In an analysis of previously unpublished records, reporters Anna Flagg and Julia Preston found that one in three migrants detained by the Border Patrol since early 2017 was a minor under the age of 18. That was a far bigger share of detainees than had been reported before. Children and teenagers were held in cold, crowded cinder-block cells under the 24-hour glare of white lights, with stale food and no medical care, often for longer than the 72-hour limit on detention of children. A Guatemalan teenager we interviewed said she was held for 18 days in a south Texas facility.
Our story revealed for the first time and at a crucial political moment the huge number of children being held along the border and allowed them to describe their experiences. In thousands of interviews with legal services providers, children reported being yelled at, cursed, kicked and shoved by Border Patrol agents. Many young people said the food was frozen or stale and made them sick. We found that more than 220,000 of the minors, about one-third, were held for longer than 72 hours, the legal limit for border detention of children, our reporting showed.
As the Border Patrol prepared for a new influx of migrants after the lifting of a Title 42 pandemic order, our story showed the urgent need for broader reforms.
By partnering with Politico, we were able to reach a wide audience as well as political decision-makers in Washington. Politico included the story in its Playbook morning newsletter, which is read by more than a quarter million global influencers every morning. We did an Instagram collaboration with the Politico team, and co-hosted a Twitter Space with our reporters and the Politico editor. The story also had 236,000 views on Apple News.
The story also was the lead in National Immigration Forum’s June 21 newsletter, The Forum Daily. The influential immigration index, which reaches both immigrant advocates as well as pro-immigration conservatives and Republicans, quoted liberally from the story.
Our reporters wanted to make in-person, high-quality audio recordings of the unaccompanied minors in the story. This involved months of communications with them and their attorneys, to make sure they entirely consented to the interviews. The multi-hour recordings allowed the young people to recount precise details of harrowing journeys in their own words at their own pace. Finding minors who could identify and describe with certainty the border facilities where they were held was an important challenge we overcame in this reporting.
Context about the project:
Customs and Border Protection had consistently refused to acknowledge the high percentage of people it detained who were minors, including young children. Officials denied there was any urgency to create more child-appropriate conditions for holding children at the border, even though most of their facilities are little better than county jails.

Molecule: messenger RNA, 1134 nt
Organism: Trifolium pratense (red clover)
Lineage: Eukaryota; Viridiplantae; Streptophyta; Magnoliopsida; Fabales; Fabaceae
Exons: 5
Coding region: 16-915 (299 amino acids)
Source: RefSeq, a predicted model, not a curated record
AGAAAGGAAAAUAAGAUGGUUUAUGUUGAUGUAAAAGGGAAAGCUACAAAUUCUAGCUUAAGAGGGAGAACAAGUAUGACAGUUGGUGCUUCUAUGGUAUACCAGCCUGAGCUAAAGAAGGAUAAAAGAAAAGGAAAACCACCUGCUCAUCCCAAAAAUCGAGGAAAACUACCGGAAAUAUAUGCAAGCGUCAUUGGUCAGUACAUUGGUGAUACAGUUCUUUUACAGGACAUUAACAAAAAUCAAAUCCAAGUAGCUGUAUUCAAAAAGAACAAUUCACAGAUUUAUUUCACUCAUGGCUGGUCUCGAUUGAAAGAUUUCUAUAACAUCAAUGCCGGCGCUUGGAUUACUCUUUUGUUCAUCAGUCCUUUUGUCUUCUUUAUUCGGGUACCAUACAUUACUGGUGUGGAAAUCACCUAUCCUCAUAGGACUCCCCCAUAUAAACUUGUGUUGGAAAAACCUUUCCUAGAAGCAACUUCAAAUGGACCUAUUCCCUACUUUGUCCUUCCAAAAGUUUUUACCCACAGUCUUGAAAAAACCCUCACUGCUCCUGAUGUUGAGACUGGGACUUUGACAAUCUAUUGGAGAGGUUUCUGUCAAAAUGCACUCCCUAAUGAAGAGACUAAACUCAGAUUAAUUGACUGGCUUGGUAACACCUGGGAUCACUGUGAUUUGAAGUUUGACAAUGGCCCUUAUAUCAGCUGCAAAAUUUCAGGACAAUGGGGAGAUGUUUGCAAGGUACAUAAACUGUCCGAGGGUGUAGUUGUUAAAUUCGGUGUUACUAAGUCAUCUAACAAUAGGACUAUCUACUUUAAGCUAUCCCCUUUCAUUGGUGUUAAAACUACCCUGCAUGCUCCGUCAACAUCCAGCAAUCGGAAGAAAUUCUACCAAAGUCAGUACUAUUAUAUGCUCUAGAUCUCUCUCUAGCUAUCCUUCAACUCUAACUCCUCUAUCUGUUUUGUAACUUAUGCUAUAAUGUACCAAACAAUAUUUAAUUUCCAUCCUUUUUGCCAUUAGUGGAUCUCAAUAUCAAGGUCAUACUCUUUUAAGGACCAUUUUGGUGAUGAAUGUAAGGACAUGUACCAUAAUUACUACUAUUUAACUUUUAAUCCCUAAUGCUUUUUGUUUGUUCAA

Collecting this data involved months of requests to CBP and long delays for agency processing. While working to update our datasets with the most recent available data, CBP would sometimes deny requests for data they had previously released, making it necessary for us to file appeals, leading to further delays. Fact-checking the data and the results was also time-consuming as the agency was not always able to provide complete explanations of their data and potential inconsistencies.
What can other journalists learn from this project?
Combining revelations based on hard data with deeply felt personal stories is a powerful way to tell this kind of story about the harsh and sometimes life-threatening effects of border and law enforcement policies and practices.
One lesson we learned during this project was how important it was to triangulate our findings with several different sources of data. Sometimes Customs and Border Protection simply wasn’t able to give us an answer we needed about their data; but we validated our work by collaborating with other subject-matter experts. For example, historically CBP has not always provided an official figure for the percent of detentions that are kids. But organizations like the Migration Policy Institute (MPI) have found ways to estimate the number by looking at the historic reported number of family detentions, and the number of children versus adults in those families, for other years. Methods like these, which immigration researchers were generous enough to share with us, made our project possible.